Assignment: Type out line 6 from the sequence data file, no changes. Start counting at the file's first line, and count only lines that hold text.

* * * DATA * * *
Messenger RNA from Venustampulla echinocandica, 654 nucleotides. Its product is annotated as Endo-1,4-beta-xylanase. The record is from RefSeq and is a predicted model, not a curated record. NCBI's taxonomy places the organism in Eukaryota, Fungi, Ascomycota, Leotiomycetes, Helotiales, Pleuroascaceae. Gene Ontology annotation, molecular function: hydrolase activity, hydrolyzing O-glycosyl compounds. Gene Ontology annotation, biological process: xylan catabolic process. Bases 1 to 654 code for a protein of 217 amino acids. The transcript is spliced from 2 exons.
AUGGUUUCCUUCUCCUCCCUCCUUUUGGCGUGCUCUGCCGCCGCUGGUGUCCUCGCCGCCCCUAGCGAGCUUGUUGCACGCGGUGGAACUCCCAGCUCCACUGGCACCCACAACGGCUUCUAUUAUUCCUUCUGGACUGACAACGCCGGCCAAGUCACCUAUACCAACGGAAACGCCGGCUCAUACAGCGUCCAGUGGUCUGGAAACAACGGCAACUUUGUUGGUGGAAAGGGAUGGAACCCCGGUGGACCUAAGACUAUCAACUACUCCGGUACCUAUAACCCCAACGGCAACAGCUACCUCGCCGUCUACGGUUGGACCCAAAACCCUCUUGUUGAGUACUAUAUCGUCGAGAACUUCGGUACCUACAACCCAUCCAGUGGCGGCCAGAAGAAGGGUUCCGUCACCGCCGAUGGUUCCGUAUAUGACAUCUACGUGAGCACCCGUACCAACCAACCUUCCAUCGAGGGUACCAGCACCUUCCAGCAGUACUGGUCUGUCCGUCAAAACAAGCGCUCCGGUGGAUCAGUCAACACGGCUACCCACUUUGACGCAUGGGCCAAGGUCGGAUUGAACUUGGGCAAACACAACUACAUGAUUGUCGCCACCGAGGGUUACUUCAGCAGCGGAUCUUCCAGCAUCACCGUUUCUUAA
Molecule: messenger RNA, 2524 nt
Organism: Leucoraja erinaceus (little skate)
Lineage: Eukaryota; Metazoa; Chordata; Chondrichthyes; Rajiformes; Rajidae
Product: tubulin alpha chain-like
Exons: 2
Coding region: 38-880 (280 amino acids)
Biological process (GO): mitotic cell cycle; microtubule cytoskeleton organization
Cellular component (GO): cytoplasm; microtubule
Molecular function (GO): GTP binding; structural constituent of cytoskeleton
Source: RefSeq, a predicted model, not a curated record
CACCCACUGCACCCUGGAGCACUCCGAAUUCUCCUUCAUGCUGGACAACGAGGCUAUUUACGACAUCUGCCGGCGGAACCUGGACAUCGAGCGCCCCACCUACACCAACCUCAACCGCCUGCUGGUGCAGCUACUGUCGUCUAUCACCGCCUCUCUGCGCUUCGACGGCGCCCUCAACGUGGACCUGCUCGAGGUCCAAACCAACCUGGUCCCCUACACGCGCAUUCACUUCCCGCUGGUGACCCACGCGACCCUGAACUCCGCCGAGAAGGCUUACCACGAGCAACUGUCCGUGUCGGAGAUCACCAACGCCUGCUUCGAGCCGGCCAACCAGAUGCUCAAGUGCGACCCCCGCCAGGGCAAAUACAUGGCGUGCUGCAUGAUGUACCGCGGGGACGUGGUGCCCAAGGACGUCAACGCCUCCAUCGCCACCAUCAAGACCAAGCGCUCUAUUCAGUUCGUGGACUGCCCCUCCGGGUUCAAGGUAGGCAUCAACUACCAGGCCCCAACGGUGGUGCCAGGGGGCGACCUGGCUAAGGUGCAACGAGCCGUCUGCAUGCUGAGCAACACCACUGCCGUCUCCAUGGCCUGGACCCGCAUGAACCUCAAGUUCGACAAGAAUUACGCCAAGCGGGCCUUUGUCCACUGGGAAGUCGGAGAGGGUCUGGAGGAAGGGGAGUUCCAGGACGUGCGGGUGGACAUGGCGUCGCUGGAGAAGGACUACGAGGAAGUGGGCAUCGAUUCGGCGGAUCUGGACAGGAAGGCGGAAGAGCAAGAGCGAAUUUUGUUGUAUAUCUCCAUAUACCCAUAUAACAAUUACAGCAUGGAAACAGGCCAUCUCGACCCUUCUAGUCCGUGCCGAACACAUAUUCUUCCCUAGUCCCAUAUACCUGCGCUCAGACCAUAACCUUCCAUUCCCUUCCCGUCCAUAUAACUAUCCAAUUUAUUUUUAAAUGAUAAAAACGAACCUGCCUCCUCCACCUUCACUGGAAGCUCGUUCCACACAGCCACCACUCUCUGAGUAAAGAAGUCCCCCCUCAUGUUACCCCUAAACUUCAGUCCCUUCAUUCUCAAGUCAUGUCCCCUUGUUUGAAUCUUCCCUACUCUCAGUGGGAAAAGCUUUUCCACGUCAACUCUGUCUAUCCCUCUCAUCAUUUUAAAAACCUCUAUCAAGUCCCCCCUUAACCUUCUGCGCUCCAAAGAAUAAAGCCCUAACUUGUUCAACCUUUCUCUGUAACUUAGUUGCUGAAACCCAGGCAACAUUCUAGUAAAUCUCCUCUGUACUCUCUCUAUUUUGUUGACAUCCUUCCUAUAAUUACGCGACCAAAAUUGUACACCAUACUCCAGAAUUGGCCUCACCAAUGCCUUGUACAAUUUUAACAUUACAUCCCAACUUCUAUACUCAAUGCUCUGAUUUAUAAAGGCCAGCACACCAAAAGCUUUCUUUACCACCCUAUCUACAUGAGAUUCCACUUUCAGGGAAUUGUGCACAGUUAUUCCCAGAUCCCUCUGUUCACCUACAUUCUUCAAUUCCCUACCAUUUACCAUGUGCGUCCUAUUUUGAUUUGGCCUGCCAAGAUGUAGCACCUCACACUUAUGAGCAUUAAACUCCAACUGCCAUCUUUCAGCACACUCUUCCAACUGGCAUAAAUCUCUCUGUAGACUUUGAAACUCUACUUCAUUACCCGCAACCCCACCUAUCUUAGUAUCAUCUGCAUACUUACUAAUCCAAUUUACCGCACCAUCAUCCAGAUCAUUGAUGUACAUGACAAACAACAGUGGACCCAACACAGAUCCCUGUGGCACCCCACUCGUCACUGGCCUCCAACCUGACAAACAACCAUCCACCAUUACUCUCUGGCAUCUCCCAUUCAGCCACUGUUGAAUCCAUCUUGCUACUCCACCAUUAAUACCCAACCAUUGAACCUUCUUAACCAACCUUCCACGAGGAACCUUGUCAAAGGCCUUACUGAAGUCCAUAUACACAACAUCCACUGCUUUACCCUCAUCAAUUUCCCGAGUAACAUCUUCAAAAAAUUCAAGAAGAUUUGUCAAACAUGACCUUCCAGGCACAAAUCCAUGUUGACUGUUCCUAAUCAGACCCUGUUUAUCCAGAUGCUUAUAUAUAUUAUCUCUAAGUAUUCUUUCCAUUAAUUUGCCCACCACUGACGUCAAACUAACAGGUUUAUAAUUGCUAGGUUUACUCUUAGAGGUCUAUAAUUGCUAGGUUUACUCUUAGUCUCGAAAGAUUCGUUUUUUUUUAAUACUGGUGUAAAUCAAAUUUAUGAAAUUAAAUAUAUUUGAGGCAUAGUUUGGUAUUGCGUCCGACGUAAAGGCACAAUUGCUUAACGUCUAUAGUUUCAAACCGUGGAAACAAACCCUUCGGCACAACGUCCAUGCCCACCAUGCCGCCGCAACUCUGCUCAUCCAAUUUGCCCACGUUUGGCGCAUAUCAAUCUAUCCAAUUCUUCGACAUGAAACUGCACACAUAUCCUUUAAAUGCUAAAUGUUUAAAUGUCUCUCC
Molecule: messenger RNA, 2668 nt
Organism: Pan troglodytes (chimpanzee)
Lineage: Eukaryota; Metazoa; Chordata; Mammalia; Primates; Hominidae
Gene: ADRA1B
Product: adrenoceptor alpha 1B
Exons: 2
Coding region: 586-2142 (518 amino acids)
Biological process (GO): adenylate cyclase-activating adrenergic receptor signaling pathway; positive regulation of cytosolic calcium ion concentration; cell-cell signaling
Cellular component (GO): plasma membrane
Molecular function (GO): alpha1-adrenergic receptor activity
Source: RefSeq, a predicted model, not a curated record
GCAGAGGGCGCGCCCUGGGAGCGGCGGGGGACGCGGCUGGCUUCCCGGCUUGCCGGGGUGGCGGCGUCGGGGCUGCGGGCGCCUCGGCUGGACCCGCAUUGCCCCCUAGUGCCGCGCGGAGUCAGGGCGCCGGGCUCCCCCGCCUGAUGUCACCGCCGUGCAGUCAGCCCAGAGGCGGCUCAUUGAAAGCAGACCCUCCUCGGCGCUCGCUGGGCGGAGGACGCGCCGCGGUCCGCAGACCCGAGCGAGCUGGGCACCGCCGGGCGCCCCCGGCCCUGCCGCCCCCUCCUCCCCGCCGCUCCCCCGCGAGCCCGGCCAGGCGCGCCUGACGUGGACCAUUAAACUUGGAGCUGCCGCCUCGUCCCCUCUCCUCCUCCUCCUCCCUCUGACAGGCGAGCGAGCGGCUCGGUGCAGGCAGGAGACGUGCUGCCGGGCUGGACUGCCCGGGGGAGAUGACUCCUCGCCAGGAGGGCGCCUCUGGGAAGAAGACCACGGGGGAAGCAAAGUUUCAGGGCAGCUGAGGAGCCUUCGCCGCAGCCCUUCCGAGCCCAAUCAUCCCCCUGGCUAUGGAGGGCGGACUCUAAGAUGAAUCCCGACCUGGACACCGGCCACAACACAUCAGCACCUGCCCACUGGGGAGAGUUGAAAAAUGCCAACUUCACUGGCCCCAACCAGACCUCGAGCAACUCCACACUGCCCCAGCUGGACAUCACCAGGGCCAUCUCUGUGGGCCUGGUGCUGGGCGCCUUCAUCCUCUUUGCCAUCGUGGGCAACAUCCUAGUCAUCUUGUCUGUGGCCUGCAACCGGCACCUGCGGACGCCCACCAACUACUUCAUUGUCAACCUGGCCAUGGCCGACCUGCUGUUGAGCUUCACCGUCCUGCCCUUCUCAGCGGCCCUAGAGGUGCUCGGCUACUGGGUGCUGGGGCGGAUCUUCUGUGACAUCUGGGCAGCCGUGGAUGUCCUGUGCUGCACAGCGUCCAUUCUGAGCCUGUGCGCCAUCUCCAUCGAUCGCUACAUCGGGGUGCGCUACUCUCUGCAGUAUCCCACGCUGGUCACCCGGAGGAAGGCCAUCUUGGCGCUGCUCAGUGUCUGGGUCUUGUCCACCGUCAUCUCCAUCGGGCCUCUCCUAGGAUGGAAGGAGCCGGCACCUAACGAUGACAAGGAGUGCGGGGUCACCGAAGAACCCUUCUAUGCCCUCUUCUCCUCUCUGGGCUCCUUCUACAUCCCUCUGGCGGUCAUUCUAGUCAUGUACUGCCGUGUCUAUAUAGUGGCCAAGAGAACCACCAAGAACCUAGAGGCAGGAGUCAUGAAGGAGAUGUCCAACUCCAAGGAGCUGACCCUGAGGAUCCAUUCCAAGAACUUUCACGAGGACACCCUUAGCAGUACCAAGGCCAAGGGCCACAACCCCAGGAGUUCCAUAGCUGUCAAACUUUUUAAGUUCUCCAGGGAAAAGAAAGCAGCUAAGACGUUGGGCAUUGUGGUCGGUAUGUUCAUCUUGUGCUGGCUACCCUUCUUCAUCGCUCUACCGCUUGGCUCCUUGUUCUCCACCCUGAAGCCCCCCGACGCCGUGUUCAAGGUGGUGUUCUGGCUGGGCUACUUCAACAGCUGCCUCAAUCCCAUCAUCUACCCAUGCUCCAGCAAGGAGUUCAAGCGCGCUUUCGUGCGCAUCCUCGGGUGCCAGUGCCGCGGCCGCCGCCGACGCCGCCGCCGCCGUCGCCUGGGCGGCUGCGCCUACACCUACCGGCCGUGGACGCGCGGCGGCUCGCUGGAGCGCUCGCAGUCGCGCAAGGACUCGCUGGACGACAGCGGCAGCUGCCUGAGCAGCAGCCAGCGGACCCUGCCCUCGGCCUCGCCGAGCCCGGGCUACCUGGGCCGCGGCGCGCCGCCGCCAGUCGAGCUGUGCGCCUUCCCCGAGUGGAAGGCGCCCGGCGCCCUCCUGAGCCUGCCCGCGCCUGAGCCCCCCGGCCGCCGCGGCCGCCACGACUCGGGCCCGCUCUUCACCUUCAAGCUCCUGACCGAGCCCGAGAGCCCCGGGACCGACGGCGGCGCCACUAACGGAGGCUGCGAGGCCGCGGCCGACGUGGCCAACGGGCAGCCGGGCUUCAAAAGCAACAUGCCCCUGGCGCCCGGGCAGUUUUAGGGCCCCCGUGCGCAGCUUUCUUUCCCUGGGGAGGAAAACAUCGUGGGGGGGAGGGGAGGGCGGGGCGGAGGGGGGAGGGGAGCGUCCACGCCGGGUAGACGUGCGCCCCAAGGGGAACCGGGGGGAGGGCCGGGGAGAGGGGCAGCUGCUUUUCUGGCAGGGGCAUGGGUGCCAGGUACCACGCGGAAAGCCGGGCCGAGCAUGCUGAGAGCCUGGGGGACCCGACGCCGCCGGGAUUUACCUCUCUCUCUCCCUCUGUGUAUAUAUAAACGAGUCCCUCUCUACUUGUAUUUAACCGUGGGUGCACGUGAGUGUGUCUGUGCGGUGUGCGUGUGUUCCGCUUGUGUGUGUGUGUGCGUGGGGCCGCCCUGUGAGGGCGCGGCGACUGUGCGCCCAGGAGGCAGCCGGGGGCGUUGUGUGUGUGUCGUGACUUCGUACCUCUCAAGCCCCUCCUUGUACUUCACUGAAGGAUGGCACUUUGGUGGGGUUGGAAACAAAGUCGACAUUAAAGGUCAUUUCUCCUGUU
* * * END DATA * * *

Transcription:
Product: tubulin alpha chain-like